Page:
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Br J Sports Med. 2017 Dec;51(24):1767-1772. doi: 10.1136/bjsports-2016-097392. Epub 2017 Mar 9.

The risk of injury associated with body checking among Pee Wee ice hockey players: an evaluation of Hockey Canada's national body checking policy change.

Black AM1,2,3, Hagel BE1,3,4,5,6, Palacios-Derflingher L1,5, Schneider KJ1,2,3, Emery CA1,2,3,4,5,6.

Author information

1
Sport Injury Prevention Research Centre, Faculty of Kinesiology, University of Calgary, Calgary, Alberta, Canada.
2
Hotchkiss Brain Institute, Cumming School of Medicine, University of Calgary, Calgary, Alberta, Canada.
3
Alberta Children's Hospital Research Institute, Cumming School of Medicine, University of Calgary, Calgary, Alberta, Canada.
4
O'Brien Institute for Public Health, Cumming School of Medicine, University of Calgary, Calgary, Alberta, Canada.
5
Community Health Sciences, Cumming School of Medicine, University of Calgary, Calgary, Alberta, Canada.
6
Department of Pediatrics, Cumming School of Medicine, University of Calgary, Calgary, Alberta, Canada.

Abstract

BACKGROUND:

In 2013, Hockey Canada introduced an evidence-informed policy change delaying the earliest age of introduction to body checking in ice hockey until Bantam (ages 13-14) nationwide.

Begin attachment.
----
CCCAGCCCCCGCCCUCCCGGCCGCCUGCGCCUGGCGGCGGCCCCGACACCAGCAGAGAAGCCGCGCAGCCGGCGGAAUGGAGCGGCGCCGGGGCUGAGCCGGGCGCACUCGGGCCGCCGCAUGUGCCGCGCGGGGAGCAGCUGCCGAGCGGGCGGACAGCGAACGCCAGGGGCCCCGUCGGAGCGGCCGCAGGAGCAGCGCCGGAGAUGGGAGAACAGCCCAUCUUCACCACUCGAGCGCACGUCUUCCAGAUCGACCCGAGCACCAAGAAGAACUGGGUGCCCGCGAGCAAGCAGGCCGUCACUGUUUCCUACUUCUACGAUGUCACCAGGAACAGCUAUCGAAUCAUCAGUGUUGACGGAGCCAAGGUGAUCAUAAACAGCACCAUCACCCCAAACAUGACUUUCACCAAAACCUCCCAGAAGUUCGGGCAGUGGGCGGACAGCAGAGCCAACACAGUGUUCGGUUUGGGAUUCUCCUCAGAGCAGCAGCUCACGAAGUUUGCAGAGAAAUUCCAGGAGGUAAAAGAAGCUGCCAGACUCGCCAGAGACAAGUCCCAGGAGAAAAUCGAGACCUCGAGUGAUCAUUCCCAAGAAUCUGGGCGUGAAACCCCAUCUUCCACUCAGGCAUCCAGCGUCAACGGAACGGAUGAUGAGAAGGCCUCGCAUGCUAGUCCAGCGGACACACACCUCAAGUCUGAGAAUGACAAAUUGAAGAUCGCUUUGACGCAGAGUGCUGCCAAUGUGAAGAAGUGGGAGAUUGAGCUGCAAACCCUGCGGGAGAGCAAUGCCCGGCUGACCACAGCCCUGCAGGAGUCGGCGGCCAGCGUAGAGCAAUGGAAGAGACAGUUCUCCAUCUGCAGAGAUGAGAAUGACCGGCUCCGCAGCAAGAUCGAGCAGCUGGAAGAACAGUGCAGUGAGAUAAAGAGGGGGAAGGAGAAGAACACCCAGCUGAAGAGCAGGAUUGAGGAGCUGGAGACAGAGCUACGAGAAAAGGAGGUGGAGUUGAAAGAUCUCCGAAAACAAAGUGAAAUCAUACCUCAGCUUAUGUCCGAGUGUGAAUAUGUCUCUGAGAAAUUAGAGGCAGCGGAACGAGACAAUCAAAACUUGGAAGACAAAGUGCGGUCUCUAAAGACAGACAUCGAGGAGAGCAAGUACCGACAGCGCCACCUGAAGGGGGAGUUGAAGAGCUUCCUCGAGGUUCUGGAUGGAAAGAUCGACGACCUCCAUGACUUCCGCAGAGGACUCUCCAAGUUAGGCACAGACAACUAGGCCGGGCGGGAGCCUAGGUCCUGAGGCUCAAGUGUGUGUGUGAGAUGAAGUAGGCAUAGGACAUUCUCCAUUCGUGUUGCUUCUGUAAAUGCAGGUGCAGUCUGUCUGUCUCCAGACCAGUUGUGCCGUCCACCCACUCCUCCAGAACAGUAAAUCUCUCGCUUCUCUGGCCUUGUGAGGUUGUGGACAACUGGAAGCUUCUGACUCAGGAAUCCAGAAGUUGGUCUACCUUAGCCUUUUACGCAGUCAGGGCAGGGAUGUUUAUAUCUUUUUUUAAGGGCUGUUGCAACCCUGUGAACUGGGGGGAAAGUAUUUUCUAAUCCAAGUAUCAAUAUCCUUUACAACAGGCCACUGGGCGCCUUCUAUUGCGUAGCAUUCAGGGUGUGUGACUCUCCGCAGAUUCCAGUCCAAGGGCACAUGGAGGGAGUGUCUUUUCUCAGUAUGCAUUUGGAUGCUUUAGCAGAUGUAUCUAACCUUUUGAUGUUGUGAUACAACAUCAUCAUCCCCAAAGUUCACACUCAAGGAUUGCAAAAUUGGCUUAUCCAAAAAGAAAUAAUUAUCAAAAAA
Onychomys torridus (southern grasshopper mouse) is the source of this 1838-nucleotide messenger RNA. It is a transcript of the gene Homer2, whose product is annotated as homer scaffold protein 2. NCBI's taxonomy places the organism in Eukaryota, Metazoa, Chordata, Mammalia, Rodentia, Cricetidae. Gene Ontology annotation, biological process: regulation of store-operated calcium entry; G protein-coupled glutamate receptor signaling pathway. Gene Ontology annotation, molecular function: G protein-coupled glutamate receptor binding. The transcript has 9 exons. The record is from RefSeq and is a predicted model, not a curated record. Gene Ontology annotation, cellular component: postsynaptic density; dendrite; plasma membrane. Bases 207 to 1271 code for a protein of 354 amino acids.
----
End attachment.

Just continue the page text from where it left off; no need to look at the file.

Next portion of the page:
OBJECTIVE:

To determine if the risk of injury, including concussions, changes for Pee Wee (11-12 years) ice hockey players in the season following a national policy change disallowing body checking.

METHODS:

In a historical cohort study, Pee Wee players were recruited from teams in all divisions of play in 2011-2012 prior to the rule change and in 2013-2014 following the change. Baseline information, injury and exposure data for both cohorts were collected using validated injury surveillance.

RESULTS:

Pee Wee players were recruited from 59 teams in Calgary, Alberta (n=883) in 2011-2012 and from 73 teams in 2013-2014 (n=618). There were 163 game-related injuries (incidence rate (IR)=4.37/1000 game-hours) and 104 concussions (IR=2.79/1000 game-hours) in Alberta prior to the rule change, and 48 injuries (IR=2.16/1000 game-hours) and 25 concussions (IR=1.12/1000 game-hours) after the rule change. Based on multivariable Poisson regression with exposure hours as an offset, the adjusted incidence rate ratio associated with the national policy change disallowing body checking was 0.50 for all game-related injuries (95% CI 0.33 to 0.75) and 0.36 for concussion specifically (95% CI 0.22 to 0.58).

CONCLUSIONS:

Introduction of the 2013 national body checking policy change disallowing body checking in Pee Wee resulted in a 50% relative reduction in injury rate and a 64% reduction in concussion rate in 11-year-old and 12-year-old hockey players in Alberta.

KEYWORDS:

Ice hockey; body checking; concussion; injury; policy change

PMID:
28279963
DOI:
10.1136/bjsports-2016-097392
[Indexed for MEDLINE]

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